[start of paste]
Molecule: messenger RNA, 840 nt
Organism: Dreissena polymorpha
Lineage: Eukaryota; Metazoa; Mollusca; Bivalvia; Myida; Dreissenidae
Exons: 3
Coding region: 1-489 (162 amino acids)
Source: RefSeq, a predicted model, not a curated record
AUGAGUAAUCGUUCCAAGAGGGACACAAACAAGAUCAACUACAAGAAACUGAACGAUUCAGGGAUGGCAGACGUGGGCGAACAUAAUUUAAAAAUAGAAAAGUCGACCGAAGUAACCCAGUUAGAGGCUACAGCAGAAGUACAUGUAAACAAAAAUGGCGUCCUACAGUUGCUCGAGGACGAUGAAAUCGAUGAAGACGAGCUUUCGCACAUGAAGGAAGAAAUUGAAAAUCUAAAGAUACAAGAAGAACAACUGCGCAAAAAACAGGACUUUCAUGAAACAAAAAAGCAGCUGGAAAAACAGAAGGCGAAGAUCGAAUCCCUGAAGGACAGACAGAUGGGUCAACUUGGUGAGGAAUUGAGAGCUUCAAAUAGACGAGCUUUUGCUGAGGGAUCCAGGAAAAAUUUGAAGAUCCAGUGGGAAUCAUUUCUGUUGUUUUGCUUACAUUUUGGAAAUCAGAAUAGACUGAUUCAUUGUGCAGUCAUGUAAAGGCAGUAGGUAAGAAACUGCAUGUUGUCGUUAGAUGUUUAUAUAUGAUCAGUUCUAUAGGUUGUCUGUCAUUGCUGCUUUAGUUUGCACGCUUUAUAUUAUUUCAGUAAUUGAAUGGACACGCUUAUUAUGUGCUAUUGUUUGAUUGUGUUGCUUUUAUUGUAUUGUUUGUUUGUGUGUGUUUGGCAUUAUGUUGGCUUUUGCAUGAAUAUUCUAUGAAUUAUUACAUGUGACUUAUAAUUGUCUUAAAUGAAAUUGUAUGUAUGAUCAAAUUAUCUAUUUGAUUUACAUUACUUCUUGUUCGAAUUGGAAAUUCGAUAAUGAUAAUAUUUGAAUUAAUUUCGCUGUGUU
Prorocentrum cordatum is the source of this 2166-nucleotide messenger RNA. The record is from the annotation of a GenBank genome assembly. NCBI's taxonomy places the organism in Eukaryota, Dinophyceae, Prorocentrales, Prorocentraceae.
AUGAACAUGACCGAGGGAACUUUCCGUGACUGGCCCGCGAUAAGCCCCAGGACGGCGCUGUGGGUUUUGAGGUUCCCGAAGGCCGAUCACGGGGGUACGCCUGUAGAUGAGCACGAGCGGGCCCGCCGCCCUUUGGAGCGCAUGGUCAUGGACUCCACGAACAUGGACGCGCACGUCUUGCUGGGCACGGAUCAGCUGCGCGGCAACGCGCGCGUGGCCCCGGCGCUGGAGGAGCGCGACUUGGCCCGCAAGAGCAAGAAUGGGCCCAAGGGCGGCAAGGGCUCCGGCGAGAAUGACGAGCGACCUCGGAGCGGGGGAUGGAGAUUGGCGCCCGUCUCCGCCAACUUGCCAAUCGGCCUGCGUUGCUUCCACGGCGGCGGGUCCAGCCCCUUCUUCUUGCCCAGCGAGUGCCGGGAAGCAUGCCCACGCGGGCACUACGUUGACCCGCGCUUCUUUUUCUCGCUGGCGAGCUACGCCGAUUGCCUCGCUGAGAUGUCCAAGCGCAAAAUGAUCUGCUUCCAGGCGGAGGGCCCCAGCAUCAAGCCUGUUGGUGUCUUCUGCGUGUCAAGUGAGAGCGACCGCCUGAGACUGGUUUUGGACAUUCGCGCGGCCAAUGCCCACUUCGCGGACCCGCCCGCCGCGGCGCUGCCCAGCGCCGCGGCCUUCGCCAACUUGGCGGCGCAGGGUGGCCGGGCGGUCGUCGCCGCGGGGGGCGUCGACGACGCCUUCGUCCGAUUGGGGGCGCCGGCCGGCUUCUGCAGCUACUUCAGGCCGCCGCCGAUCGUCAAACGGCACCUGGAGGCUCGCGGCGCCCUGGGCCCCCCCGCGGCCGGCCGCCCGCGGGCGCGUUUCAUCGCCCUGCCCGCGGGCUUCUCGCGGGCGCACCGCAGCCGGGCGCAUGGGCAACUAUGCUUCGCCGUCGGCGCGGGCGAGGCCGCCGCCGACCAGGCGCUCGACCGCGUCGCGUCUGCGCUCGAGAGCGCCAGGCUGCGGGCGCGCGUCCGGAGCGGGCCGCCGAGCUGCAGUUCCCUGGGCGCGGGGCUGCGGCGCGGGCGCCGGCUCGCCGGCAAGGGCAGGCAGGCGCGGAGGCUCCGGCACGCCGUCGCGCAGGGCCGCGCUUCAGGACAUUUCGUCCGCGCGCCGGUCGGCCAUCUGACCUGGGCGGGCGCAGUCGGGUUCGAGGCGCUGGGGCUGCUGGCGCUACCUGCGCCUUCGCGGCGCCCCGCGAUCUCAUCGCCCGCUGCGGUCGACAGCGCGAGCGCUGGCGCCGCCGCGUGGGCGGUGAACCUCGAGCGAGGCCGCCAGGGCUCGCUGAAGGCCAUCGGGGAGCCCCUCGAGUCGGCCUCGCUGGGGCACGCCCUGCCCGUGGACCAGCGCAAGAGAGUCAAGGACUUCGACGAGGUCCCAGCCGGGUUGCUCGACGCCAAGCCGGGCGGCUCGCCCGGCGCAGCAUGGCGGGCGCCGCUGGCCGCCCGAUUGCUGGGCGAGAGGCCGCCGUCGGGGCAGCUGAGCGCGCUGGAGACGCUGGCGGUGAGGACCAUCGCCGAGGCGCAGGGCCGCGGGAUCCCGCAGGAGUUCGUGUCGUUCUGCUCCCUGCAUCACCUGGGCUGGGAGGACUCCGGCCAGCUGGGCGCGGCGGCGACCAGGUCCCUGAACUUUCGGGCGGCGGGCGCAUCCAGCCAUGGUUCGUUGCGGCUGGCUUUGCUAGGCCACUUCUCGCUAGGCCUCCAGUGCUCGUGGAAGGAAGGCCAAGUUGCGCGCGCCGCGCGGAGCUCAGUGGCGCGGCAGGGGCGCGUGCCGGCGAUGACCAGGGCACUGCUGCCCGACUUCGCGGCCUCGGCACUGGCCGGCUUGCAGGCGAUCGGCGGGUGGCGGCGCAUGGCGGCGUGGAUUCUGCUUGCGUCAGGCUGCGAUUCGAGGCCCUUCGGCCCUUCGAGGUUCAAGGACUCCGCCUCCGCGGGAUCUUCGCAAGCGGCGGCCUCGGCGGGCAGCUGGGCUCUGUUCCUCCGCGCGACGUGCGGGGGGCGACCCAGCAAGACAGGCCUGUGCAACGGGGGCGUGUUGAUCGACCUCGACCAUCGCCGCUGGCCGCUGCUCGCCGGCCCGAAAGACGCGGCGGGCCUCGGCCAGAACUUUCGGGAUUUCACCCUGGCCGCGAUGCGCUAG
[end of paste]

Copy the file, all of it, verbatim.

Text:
Molecule: messenger RNA, 840 nt
Organism: Dreissena polymorpha
Lineage: Eukaryota; Metazoa; Mollusca; Bivalvia; Myida; Dreissenidae
Exons: 3
Coding region: 1-489 (162 amino acids)
Source: RefSeq, a predicted model, not a curated record
AUGAGUAAUCGUUCCAAGAGGGACACAAACAAGAUCAACUACAAGAAACUGAACGAUUCAGGGAUGGCAGACGUGGGCGAACAUAAUUUAAAAAUAGAAAAGUCGACCGAAGUAACCCAGUUAGAGGCUACAGCAGAAGUACAUGUAAACAAAAAUGGCGUCCUACAGUUGCUCGAGGACGAUGAAAUCGAUGAAGACGAGCUUUCGCACAUGAAGGAAGAAAUUGAAAAUCUAAAGAUACAAGAAGAACAACUGCGCAAAAAACAGGACUUUCAUGAAACAAAAAAGCAGCUGGAAAAACAGAAGGCGAAGAUCGAAUCCCUGAAGGACAGACAGAUGGGUCAACUUGGUGAGGAAUUGAGAGCUUCAAAUAGACGAGCUUUUGCUGAGGGAUCCAGGAAAAAUUUGAAGAUCCAGUGGGAAUCAUUUCUGUUGUUUUGCUUACAUUUUGGAAAUCAGAAUAGACUGAUUCAUUGUGCAGUCAUGUAAAGGCAGUAGGUAAGAAACUGCAUGUUGUCGUUAGAUGUUUAUAUAUGAUCAGUUCUAUAGGUUGUCUGUCAUUGCUGCUUUAGUUUGCACGCUUUAUAUUAUUUCAGUAAUUGAAUGGACACGCUUAUUAUGUGCUAUUGUUUGAUUGUGUUGCUUUUAUUGUAUUGUUUGUUUGUGUGUGUUUGGCAUUAUGUUGGCUUUUGCAUGAAUAUUCUAUGAAUUAUUACAUGUGACUUAUAAUUGUCUUAAAUGAAAUUGUAUGUAUGAUCAAAUUAUCUAUUUGAUUUACAUUACUUCUUGUUCGAAUUGGAAAUUCGAUAAUGAUAAUAUUUGAAUUAAUUUCGCUGUGUU
Prorocentrum cordatum is the source of this 2166-nucleotide messenger RNA. The record is from the annotation of a GenBank genome assembly. NCBI's taxonomy places the organism in Eukaryota, Dinophyceae, Prorocentrales, Prorocentraceae.
AUGAACAUGACCGAGGGAACUUUCCGUGACUGGCCCGCGAUAAGCCCCAGGACGGCGCUGUGGGUUUUGAGGUUCCCGAAGGCCGAUCACGGGGGUACGCCUGUAGAUGAGCACGAGCGGGCCCGCCGCCCUUUGGAGCGCAUGGUCAUGGACUCCACGAACAUGGACGCGCACGUCUUGCUGGGCACGGAUCAGCUGCGCGGCAACGCGCGCGUGGCCCCGGCGCUGGAGGAGCGCGACUUGGCCCGCAAGAGCAAGAAUGGGCCCAAGGGCGGCAAGGGCUCCGGCGAGAAUGACGAGCGACCUCGGAGCGGGGGAUGGAGAUUGGCGCCCGUCUCCGCCAACUUGCCAAUCGGCCUGCGUUGCUUCCACGGCGGCGGGUCCAGCCCCUUCUUCUUGCCCAGCGAGUGCCGGGAAGCAUGCCCACGCGGGCACUACGUUGACCCGCGCUUCUUUUUCUCGCUGGCGAGCUACGCCGAUUGCCUCGCUGAGAUGUCCAAGCGCAAAAUGAUCUGCUUCCAGGCGGAGGGCCCCAGCAUCAAGCCUGUUGGUGUCUUCUGCGUGUCAAGUGAGAGCGACCGCCUGAGACUGGUUUUGGACAUUCGCGCGGCCAAUGCCCACUUCGCGGACCCGCCCGCCGCGGCGCUGCCCAGCGCCGCGGCCUUCGCCAACUUGGCGGCGCAGGGUGGCCGGGCGGUCGUCGCCGCGGGGGGCGUCGACGACGCCUUCGUCCGAUUGGGGGCGCCGGCCGGCUUCUGCAGCUACUUCAGGCCGCCGCCGAUCGUCAAACGGCACCUGGAGGCUCGCGGCGCCCUGGGCCCCCCCGCGGCCGGCCGCCCGCGGGCGCGUUUCAUCGCCCUGCCCGCGGGCUUCUCGCGGGCGCACCGCAGCCGGGCGCAUGGGCAACUAUGCUUCGCCGUCGGCGCGGGCGAGGCCGCCGCCGACCAGGCGCUCGACCGCGUCGCGUCUGCGCUCGAGAGCGCCAGGCUGCGGGCGCGCGUCCGGAGCGGGCCGCCGAGCUGCAGUUCCCUGGGCGCGGGGCUGCGGCGCGGGCGCCGGCUCGCCGGCAAGGGCAGGCAGGCGCGGAGGCUCCGGCACGCCGUCGCGCAGGGCCGCGCUUCAGGACAUUUCGUCCGCGCGCCGGUCGGCCAUCUGACCUGGGCGGGCGCAGUCGGGUUCGAGGCGCUGGGGCUGCUGGCGCUACCUGCGCCUUCGCGGCGCCCCGCGAUCUCAUCGCCCGCUGCGGUCGACAGCGCGAGCGCUGGCGCCGCCGCGUGGGCGGUGAACCUCGAGCGAGGCCGCCAGGGCUCGCUGAAGGCCAUCGGGGAGCCCCUCGAGUCGGCCUCGCUGGGGCACGCCCUGCCCGUGGACCAGCGCAAGAGAGUCAAGGACUUCGACGAGGUCCCAGCCGGGUUGCUCGACGCCAAGCCGGGCGGCUCGCCCGGCGCAGCAUGGCGGGCGCCGCUGGCCGCCCGAUUGCUGGGCGAGAGGCCGCCGUCGGGGCAGCUGAGCGCGCUGGAGACGCUGGCGGUGAGGACCAUCGCCGAGGCGCAGGGCCGCGGGAUCCCGCAGGAGUUCGUGUCGUUCUGCUCCCUGCAUCACCUGGGCUGGGAGGACUCCGGCCAGCUGGGCGCGGCGGCGACCAGGUCCCUGAACUUUCGGGCGGCGGGCGCAUCCAGCCAUGGUUCGUUGCGGCUGGCUUUGCUAGGCCACUUCUCGCUAGGCCUCCAGUGCUCGUGGAAGGAAGGCCAAGUUGCGCGCGCCGCGCGGAGCUCAGUGGCGCGGCAGGGGCGCGUGCCGGCGAUGACCAGGGCACUGCUGCCCGACUUCGCGGCCUCGGCACUGGCCGGCUUGCAGGCGAUCGGCGGGUGGCGGCGCAUGGCGGCGUGGAUUCUGCUUGCGUCAGGCUGCGAUUCGAGGCCCUUCGGCCCUUCGAGGUUCAAGGACUCCGCCUCCGCGGGAUCUUCGCAAGCGGCGGCCUCGGCGGGCAGCUGGGCUCUGUUCCUCCGCGCGACGUGCGGGGGGCGACCCAGCAAGACAGGCCUGUGCAACGGGGGCGUGUUGAUCGACCUCGACCAUCGCCGCUGGCCGCUGCUCGCCGGCCCGAAAGACGCGGCGGGCCUCGGCCAGAACUUUCGGGAUUUCACCCUGGCCGCGAUGCGCUAG